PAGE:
The 9 Emotions of Indian Cinema Hoardings
By V. Geetha, Sirish Rao, and M.P. Dhakshna. Chennai: Tara Publishing, February 2009. Hardcover: ISBN 978-8186211274, $35. 96 pages.
Review by Rupa Pillai, University of Oregon
According to the Natyashastra, the authoritative text on Indian performance and aesthetics, a successful performance arouses an emotional response in the audience. Utilizing conventions discussed in this ancient text, most Indian art, from theater and dance to music and literature, has focused on eliciting this emotional response, known as rasa. The theory of rasa identifies nine key emotions or Navarasa that art may evoke in the audience. These emotions, which are universal and accessible to any culture, enable every individual to decipher and appreciate the aesthetics of an unfamiliar performance. Influenced by this theory, V. Geetha and Sirish Rao attempt their own performance in their new book The 9 Emotions of Indian Cinema Hoardings. Guided by the nine emotions, they use this theory as a conceptual framework to explore the art, development and correlating socio-political context of Indian cinema billboards, known as hoardings. This disappearing tradition is a complex art “where representation has as much to do with pleasure as with context and meaning” (77). In collaboration with a team of hoarding artists led by M.P. Dhakshna, the authors aspire to introduce this art form to a larger audience while honoring a tradition that is threatened by the emergence of new technology. The subsequent book comprised of two parts, visual depictions of the emotions and a collection of short essays, is a visually-striking endeavor that captures the essence of the art form while inspiring further investigation.
Hoarding art, which has existed in the cityscapes of South India since the 1940s, “is an expression of a public aesthetic that is deployed, both to advertise and persuade a sale as well as to provoke and sustain visual attention and pleasure” (86). Confined by the space of a billboard, artists rely on the nine emotions to engage the public. Without the aid of text, the public responds to the images and colors of these hoardings to construe the plot and tone of a film. In the first section of this book, the authors emulate this experience. Without a detailed introduction to hand-painted hoardings, the reader must work through a series of paintings that evoke each of the nine emotions. With just an excerpt from the Natyashastra that defines the emotion and select lyrics from film songs to enhance the rasa response, readers are transformed into individuals who might stumble upon the hoarding on the streets of Chennai. Readers are able to familiarize themselves with the art form and the system of symbols that represent the emotions. With this section, the authors move beyond the confines of the text to create a performance that demonstrates the tenets put forth by the Natyashastra and its validity to hoardings.
Following this exposure to the vivid images and brilliant colors that characterize the art form, readers enter the second section, which formally introduces the practice of hoarding through a series of four essays. In the first essay the authors continues to explore the nine emotions by briefly discussing each emotion’s “characteristic visual resonance and identifiable genealogy” (76) that creates a public language through which the artist and audience communicate. Additional, the theory of rasa is further explained by clarifying the difference between real world emotions and aesthetic rasa that is conveyed through art. The transformation of the emotion to rasa is a process consisting of “conventions and tropes, traditions of rendering and performance, as well as historical and contingent influences which frame and direct the process” (74). The second essay discusses the process of creating a hand-painted hoarding and issues of public engagement; it also provides a short chronicle of the art form’s evolution in connection to the development of Tamil cinema. The creation of a hoarding relies on the talent of a team of artists and carpenters. Aided by little more than a few film stills and a summary of the plot, these artists create paintings to capture the public’s imagination and “to bring [them] to the movies” (82). The reader will immediately respect the ingenious methods these artists use to create these enormous paintings. Additionally, this admiration will grow with the inclusion of quotes from hoarding artists that introduce the artists’ perspective on the process and the decline of the art form. The third essay examines the composition and additional elements that characterize hoarding art, and describes earlier types of art that influenced this unique style. The final essay introduces the socio-cultural elements affecting the audience’s gaze of the hoarding, particularly the changing conception of sexuality and the idea of darshan.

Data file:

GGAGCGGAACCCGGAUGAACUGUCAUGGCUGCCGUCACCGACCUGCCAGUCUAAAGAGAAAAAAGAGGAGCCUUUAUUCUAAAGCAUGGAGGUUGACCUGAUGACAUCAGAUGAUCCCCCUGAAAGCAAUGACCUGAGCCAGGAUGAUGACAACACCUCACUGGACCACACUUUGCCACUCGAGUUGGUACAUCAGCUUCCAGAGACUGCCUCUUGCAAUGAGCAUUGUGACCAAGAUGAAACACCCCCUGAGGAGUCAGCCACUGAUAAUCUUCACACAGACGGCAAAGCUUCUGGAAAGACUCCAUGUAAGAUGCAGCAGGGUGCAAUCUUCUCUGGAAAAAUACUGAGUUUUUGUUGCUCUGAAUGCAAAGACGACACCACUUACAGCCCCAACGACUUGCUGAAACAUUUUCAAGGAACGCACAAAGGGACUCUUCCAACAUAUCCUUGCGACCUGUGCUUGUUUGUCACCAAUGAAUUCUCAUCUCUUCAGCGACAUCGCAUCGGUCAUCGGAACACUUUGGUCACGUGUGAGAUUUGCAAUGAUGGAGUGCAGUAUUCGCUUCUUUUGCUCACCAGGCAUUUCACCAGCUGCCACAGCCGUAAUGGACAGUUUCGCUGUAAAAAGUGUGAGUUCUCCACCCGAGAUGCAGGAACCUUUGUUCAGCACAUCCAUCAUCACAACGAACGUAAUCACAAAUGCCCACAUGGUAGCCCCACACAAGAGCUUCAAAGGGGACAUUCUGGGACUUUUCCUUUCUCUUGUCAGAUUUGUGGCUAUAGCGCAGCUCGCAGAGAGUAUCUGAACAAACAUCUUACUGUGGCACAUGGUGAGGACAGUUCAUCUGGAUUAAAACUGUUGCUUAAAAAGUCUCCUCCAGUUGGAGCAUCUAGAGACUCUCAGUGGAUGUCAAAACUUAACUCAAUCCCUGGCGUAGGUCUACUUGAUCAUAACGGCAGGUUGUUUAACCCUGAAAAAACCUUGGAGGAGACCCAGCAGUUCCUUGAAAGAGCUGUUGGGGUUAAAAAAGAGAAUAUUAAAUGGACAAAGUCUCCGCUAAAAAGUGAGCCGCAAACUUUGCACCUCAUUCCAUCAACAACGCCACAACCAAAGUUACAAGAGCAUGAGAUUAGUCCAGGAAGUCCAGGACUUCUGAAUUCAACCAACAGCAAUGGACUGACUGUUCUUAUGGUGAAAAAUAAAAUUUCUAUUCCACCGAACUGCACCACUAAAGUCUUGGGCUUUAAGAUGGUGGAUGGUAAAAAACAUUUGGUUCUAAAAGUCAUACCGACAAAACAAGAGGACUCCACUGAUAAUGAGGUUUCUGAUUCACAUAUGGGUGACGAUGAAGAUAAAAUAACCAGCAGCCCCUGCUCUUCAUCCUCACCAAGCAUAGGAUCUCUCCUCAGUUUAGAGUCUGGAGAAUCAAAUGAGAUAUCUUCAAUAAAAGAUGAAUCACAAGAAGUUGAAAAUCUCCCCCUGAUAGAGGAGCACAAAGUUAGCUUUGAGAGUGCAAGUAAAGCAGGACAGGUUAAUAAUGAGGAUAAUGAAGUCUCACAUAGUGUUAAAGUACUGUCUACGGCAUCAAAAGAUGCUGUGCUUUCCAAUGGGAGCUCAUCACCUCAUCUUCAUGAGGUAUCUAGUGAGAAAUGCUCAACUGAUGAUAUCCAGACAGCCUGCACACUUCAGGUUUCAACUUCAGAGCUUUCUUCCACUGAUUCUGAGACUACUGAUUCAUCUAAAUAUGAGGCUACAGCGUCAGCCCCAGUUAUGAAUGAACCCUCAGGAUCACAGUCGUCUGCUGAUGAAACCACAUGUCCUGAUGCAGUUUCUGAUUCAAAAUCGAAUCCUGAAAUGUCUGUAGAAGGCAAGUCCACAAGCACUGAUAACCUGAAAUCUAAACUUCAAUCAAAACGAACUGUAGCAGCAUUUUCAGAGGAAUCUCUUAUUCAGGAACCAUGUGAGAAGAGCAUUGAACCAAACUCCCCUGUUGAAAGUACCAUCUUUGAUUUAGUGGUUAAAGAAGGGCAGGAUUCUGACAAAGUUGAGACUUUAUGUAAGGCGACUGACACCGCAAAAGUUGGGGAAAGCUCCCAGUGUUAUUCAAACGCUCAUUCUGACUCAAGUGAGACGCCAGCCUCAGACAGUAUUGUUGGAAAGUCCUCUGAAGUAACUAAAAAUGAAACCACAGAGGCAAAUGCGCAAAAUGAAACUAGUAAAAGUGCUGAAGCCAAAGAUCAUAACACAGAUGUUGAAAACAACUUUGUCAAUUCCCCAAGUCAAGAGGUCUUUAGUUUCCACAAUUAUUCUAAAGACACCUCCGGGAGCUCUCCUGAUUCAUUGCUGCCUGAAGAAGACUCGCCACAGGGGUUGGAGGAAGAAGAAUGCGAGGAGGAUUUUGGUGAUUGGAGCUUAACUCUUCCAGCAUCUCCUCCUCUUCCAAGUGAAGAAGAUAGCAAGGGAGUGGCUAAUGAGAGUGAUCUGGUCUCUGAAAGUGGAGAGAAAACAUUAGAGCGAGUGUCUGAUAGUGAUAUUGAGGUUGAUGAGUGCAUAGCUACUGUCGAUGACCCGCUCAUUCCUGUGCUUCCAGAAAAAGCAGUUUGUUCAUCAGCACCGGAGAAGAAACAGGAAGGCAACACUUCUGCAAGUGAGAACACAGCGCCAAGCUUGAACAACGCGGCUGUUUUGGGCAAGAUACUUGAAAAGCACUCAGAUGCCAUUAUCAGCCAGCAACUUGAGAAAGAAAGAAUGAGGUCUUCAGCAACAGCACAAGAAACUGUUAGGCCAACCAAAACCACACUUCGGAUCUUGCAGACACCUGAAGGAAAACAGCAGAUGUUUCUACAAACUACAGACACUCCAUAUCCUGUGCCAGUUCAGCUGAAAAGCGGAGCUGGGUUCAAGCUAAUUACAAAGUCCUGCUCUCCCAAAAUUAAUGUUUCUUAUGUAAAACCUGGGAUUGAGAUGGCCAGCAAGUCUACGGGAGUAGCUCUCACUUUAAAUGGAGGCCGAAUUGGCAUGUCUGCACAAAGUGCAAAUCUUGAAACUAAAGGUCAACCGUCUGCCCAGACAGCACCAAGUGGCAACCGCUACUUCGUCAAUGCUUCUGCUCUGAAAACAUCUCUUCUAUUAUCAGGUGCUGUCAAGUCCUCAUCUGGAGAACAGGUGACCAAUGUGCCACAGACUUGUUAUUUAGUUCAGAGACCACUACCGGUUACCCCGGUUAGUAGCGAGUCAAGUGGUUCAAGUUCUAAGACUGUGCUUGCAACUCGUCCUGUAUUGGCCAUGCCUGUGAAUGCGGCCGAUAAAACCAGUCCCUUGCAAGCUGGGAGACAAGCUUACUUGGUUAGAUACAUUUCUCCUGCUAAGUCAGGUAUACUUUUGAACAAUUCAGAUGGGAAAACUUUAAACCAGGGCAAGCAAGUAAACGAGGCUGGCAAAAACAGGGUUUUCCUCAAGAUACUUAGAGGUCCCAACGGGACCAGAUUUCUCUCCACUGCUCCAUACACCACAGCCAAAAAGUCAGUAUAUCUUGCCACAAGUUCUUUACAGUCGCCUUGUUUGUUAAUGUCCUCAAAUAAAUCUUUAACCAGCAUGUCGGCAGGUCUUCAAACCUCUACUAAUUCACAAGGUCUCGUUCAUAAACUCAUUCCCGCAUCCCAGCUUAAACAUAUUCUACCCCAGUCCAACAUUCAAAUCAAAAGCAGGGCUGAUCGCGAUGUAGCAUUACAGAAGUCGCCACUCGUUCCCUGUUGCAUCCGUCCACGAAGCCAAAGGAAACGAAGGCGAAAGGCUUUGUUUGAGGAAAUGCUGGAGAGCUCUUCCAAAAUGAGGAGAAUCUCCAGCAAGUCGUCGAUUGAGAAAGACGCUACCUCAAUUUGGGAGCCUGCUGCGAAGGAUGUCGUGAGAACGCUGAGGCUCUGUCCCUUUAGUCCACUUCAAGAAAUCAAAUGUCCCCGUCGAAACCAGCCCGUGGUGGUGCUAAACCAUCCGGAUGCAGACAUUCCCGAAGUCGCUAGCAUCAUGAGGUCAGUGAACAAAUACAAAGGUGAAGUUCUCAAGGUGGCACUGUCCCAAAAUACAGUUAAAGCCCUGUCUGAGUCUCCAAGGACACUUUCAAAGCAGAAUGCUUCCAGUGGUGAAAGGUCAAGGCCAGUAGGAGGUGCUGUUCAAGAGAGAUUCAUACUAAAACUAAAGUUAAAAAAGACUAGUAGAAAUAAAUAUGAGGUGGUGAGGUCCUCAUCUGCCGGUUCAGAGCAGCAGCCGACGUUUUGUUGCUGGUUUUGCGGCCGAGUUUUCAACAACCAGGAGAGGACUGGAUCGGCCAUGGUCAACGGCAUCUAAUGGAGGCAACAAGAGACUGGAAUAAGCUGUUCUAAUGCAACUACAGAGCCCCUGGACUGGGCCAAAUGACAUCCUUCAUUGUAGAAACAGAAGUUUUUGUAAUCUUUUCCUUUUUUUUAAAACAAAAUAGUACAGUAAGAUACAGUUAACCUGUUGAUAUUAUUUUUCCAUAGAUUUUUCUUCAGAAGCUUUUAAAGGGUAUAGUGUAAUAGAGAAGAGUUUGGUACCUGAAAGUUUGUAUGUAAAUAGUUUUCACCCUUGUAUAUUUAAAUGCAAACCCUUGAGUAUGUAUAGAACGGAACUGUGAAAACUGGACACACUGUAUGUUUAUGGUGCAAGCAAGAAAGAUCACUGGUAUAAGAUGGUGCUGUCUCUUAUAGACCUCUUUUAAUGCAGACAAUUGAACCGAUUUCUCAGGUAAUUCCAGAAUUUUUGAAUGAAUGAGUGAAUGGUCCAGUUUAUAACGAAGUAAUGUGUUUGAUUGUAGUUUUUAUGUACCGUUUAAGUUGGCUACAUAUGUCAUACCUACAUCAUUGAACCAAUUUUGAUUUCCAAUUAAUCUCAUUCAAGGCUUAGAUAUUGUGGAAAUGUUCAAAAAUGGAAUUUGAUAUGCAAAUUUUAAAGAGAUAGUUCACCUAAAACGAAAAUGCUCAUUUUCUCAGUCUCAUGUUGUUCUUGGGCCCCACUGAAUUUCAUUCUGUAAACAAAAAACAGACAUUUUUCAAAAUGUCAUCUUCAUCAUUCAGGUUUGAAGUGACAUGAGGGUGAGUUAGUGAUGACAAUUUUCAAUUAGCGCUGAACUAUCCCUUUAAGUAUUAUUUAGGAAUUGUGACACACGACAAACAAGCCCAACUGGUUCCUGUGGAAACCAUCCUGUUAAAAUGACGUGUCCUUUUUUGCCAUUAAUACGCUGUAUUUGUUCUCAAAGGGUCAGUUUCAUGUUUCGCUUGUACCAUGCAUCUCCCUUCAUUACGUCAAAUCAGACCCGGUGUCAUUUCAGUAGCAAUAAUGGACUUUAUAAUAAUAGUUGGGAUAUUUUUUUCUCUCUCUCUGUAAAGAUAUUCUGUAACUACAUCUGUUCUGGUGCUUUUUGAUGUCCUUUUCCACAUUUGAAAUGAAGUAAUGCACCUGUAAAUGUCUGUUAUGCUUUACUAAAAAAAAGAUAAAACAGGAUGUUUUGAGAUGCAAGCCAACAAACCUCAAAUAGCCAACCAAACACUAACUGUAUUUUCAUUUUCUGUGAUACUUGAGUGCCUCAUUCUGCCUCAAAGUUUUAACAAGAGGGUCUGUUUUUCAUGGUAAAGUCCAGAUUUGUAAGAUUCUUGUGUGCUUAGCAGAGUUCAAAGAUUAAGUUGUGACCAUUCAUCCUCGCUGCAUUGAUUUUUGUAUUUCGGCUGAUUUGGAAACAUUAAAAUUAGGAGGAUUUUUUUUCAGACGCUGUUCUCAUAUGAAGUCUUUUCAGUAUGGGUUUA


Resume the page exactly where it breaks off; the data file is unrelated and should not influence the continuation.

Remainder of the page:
While the authors have succeeded in creating a book that engages the reader in an unconventional and memorable manner, the major criticism of this text is the dissipating importance of the nine emotions to this project. The nine emotions that the title suggests will drive the analysis of this subject dissipate in the final essays. Additionally, in an effort to simplify the theory of rasa, the authors present a convoluted account that may confuse the target audience, namely, readers unacquainted with Indian aesthetics. Further, the text lacks a formal conclusion that could have possibly resolved these issues. However, the book is still a sound piece of scholarship that accomplishes its task of introducing Indian aesthetic theory and Tamil hoardings. I did find myself craving to learn more about the artists’ perspective and how new technology is rapidly altering and endangering the art form, but I believe this book has succeeded in its ultimate goal: inspiring the reader to further inquiry.